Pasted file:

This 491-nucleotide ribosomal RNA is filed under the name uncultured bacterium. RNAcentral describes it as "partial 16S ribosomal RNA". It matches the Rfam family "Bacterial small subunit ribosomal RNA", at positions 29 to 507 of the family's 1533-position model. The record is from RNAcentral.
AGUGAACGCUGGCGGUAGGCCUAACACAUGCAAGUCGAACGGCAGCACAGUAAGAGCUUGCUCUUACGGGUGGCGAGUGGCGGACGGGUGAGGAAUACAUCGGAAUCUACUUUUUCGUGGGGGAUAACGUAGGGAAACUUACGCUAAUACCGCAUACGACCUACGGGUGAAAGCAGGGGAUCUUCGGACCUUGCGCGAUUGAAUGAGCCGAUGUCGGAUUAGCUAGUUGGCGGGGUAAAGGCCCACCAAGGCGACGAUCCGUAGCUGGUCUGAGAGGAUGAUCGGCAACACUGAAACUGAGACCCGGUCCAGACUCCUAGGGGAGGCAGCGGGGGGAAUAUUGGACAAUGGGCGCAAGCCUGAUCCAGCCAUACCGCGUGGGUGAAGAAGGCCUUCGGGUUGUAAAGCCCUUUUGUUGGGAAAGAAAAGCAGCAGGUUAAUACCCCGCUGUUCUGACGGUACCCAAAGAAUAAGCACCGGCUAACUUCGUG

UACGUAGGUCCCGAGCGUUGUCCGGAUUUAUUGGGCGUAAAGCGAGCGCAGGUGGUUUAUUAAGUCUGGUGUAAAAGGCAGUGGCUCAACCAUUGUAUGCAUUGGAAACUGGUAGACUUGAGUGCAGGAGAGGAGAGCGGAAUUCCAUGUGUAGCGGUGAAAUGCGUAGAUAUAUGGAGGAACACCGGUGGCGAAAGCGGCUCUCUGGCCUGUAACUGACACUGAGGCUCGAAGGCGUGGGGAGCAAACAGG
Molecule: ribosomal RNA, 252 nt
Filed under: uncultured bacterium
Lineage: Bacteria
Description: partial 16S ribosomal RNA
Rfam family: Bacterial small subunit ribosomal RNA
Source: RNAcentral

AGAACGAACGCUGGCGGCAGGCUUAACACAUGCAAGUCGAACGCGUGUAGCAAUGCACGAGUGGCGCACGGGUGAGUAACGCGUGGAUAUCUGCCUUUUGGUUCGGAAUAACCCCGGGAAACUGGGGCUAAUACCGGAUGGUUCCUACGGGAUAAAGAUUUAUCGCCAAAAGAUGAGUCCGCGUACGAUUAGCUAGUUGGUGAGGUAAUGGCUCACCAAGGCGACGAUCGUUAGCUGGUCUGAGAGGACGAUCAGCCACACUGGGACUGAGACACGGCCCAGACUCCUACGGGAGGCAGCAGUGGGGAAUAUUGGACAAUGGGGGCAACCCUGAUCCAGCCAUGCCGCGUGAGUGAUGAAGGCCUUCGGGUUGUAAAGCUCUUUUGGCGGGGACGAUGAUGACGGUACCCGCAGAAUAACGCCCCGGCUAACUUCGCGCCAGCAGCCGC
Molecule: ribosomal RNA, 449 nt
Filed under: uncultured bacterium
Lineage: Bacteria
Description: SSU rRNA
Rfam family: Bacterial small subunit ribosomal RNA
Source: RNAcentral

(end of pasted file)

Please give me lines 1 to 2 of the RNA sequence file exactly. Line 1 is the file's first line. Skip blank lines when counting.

This 491-nucleotide ribosomal RNA is filed under the name uncultured bacterium. RNAcentral describes it as "partial 16S ribosomal RNA". It matches the Rfam family "Bacterial small subunit ribosomal RNA", at positions 29 to 507 of the family's 1533-position model. The record is from RNAcentral.
AGUGAACGCUGGCGGUAGGCCUAACACAUGCAAGUCGAACGGCAGCACAGUAAGAGCUUGCUCUUACGGGUGGCGAGUGGCGGACGGGUGAGGAAUACAUCGGAAUCUACUUUUUCGUGGGGGAUAACGUAGGGAAACUUACGCUAAUACCGCAUACGACCUACGGGUGAAAGCAGGGGAUCUUCGGACCUUGCGCGAUUGAAUGAGCCGAUGUCGGAUUAGCUAGUUGGCGGGGUAAAGGCCCACCAAGGCGACGAUCCGUAGCUGGUCUGAGAGGAUGAUCGGCAACACUGAAACUGAGACCCGGUCCAGACUCCUAGGGGAGGCAGCGGGGGGAAUAUUGGACAAUGGGCGCAAGCCUGAUCCAGCCAUACCGCGUGGGUGAAGAAGGCCUUCGGGUUGUAAAGCCCUUUUGUUGGGAAAGAAAAGCAGCAGGUUAAUACCCCGCUGUUCUGACGGUACCCAAAGAAUAAGCACCGGCUAACUUCGUG